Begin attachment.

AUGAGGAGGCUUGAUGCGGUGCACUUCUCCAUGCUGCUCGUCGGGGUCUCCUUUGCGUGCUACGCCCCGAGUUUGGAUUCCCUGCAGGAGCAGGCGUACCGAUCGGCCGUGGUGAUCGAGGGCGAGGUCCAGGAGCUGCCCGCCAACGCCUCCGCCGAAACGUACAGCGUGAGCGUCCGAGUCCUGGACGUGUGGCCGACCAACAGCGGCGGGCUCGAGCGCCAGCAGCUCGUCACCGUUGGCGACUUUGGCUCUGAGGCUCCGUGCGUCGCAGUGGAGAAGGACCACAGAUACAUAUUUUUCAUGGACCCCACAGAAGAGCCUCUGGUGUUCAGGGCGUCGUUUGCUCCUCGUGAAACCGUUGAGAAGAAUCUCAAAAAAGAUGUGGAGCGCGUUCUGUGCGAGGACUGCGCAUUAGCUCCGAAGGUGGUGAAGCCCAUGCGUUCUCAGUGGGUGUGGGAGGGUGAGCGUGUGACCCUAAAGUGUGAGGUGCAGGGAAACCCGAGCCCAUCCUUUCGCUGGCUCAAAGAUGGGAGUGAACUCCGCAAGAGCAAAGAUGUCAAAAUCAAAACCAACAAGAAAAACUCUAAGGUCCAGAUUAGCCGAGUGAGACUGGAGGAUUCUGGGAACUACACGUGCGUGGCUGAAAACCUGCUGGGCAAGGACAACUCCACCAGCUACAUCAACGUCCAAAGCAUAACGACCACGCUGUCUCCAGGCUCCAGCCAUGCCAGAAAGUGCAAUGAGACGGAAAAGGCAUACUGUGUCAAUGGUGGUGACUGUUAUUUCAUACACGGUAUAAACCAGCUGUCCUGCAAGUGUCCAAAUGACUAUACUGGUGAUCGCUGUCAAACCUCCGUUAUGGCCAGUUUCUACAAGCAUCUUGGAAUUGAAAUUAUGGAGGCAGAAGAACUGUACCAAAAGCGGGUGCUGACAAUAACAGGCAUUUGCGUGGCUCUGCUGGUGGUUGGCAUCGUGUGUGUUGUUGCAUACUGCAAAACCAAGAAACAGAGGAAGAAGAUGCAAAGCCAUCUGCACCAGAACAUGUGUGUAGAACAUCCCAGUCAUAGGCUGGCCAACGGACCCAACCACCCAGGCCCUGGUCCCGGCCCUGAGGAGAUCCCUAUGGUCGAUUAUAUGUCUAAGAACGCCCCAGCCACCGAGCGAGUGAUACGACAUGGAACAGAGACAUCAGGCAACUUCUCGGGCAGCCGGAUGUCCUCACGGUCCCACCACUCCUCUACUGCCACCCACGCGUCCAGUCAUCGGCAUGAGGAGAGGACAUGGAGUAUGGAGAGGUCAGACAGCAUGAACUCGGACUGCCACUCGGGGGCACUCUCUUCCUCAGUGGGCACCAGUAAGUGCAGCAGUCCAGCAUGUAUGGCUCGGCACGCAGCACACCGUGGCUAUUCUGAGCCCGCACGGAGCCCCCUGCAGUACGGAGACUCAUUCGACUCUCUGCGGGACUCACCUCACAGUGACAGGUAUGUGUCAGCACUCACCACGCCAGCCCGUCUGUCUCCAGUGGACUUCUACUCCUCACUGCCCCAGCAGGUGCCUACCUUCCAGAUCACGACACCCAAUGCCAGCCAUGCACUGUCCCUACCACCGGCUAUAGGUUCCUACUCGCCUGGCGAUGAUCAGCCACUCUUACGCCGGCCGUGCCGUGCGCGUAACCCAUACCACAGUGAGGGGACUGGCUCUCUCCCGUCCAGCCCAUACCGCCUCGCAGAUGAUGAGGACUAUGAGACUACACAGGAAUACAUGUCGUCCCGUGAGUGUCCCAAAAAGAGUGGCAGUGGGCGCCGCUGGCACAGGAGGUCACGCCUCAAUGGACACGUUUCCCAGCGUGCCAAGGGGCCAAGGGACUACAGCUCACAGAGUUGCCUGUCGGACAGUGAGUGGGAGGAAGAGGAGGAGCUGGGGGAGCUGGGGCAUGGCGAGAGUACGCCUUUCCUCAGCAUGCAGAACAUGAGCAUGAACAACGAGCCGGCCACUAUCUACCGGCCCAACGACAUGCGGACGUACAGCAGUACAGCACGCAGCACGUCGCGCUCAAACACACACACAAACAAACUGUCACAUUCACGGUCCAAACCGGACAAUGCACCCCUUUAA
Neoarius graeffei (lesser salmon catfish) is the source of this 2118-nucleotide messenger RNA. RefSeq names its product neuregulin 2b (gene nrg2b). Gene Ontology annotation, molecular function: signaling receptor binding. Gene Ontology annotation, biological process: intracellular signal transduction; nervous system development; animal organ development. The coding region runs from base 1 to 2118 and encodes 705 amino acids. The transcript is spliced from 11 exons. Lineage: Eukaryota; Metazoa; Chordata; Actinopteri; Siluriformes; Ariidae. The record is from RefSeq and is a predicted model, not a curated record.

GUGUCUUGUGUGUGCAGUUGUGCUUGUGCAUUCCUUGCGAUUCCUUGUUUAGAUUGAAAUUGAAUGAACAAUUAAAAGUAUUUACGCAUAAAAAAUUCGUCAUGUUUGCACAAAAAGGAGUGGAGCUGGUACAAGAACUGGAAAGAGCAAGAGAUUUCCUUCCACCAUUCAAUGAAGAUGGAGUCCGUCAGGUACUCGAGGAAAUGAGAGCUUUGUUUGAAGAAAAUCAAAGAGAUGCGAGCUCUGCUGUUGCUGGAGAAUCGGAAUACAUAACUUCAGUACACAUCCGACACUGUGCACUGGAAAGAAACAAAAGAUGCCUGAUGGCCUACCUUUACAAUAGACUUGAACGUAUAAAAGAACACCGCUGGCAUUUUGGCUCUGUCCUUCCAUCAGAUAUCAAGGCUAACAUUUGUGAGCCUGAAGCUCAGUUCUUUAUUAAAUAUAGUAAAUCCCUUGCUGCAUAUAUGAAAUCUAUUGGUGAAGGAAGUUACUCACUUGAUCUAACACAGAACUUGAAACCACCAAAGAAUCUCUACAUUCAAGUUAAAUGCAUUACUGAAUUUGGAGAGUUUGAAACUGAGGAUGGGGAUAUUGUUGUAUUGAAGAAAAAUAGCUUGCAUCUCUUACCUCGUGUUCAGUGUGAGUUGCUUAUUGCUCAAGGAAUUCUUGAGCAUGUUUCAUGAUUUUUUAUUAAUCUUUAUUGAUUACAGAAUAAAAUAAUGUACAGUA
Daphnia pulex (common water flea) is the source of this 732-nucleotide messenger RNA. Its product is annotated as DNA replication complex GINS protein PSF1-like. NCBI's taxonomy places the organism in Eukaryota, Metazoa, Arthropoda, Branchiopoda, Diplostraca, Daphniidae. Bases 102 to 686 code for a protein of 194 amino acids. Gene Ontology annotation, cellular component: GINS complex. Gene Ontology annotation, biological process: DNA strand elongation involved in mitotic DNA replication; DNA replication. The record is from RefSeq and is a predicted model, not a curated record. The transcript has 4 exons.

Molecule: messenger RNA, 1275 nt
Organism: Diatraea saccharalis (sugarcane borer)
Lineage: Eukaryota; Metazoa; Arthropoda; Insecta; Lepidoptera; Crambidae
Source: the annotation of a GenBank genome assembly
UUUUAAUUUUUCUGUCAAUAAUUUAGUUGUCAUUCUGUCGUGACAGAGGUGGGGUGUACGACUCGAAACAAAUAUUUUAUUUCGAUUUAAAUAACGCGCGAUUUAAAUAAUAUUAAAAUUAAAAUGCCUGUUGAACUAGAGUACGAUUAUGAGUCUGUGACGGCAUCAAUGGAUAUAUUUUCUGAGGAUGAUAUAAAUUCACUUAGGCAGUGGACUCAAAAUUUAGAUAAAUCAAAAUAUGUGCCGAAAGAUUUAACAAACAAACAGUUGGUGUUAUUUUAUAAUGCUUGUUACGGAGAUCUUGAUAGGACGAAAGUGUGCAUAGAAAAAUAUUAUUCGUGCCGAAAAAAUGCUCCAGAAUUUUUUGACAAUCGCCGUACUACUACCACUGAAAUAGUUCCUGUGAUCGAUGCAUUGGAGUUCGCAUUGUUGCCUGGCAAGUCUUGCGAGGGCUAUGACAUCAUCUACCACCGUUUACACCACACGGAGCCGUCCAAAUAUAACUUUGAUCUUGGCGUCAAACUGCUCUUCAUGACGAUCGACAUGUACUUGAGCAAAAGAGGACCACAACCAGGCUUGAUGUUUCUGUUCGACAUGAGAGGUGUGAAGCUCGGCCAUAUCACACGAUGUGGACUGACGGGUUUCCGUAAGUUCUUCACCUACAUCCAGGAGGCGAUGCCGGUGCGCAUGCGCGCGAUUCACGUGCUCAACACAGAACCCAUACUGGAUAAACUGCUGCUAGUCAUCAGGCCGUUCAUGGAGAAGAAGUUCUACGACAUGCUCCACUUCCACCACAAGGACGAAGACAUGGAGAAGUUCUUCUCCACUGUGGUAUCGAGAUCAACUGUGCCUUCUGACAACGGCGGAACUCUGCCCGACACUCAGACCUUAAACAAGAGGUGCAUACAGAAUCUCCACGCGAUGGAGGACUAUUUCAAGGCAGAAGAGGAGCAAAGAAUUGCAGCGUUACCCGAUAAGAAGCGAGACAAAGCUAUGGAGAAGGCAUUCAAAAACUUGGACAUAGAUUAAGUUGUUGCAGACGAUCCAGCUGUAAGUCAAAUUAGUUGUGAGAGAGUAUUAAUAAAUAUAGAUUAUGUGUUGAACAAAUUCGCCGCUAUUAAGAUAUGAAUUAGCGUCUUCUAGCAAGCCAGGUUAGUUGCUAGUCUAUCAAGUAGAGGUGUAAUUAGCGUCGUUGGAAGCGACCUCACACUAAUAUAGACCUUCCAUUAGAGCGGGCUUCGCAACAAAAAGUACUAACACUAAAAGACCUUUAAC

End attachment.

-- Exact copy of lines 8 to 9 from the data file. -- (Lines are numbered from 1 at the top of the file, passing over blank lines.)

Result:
Source: the annotation of a GenBank genome assembly
UUUUAAUUUUUCUGUCAAUAAUUUAGUUGUCAUUCUGUCGUGACAGAGGUGGGGUGUACGACUCGAAACAAAUAUUUUAUUUCGAUUUAAAUAACGCGCGAUUUAAAUAAUAUUAAAAUUAAAAUGCCUGUUGAACUAGAGUACGAUUAUGAGUCUGUGACGGCAUCAAUGGAUAUAUUUUCUGAGGAUGAUAUAAAUUCACUUAGGCAGUGGACUCAAAAUUUAGAUAAAUCAAAAUAUGUGCCGAAAGAUUUAACAAACAAACAGUUGGUGUUAUUUUAUAAUGCUUGUUACGGAGAUCUUGAUAGGACGAAAGUGUGCAUAGAAAAAUAUUAUUCGUGCCGAAAAAAUGCUCCAGAAUUUUUUGACAAUCGCCGUACUACUACCACUGAAAUAGUUCCUGUGAUCGAUGCAUUGGAGUUCGCAUUGUUGCCUGGCAAGUCUUGCGAGGGCUAUGACAUCAUCUACCACCGUUUACACCACACGGAGCCGUCCAAAUAUAACUUUGAUCUUGGCGUCAAACUGCUCUUCAUGACGAUCGACAUGUACUUGAGCAAAAGAGGACCACAACCAGGCUUGAUGUUUCUGUUCGACAUGAGAGGUGUGAAGCUCGGCCAUAUCACACGAUGUGGACUGACGGGUUUCCGUAAGUUCUUCACCUACAUCCAGGAGGCGAUGCCGGUGCGCAUGCGCGCGAUUCACGUGCUCAACACAGAACCCAUACUGGAUAAACUGCUGCUAGUCAUCAGGCCGUUCAUGGAGAAGAAGUUCUACGACAUGCUCCACUUCCACCACAAGGACGAAGACAUGGAGAAGUUCUUCUCCACUGUGGUAUCGAGAUCAACUGUGCCUUCUGACAACGGCGGAACUCUGCCCGACACUCAGACCUUAAACAAGAGGUGCAUACAGAAUCUCCACGCGAUGGAGGACUAUUUCAAGGCAGAAGAGGAGCAAAGAAUUGCAGCGUUACCCGAUAAGAAGCGAGACAAAGCUAUGGAGAAGGCAUUCAAAAACUUGGACAUAGAUUAAGUUGUUGCAGACGAUCCAGCUGUAAGUCAAAUUAGUUGUGAGAGAGUAUUAAUAAAUAUAGAUUAUGUGUUGAACAAAUUCGCCGCUAUUAAGAUAUGAAUUAGCGUCUUCUAGCAAGCCAGGUUAGUUGCUAGUCUAUCAAGUAGAGGUGUAAUUAGCGUCGUUGGAAGCGACCUCACACUAAUAUAGACCUUCCAUUAGAGCGGGCUUCGCAACAAAAAGUACUAACACUAAAAGACCUUUAAC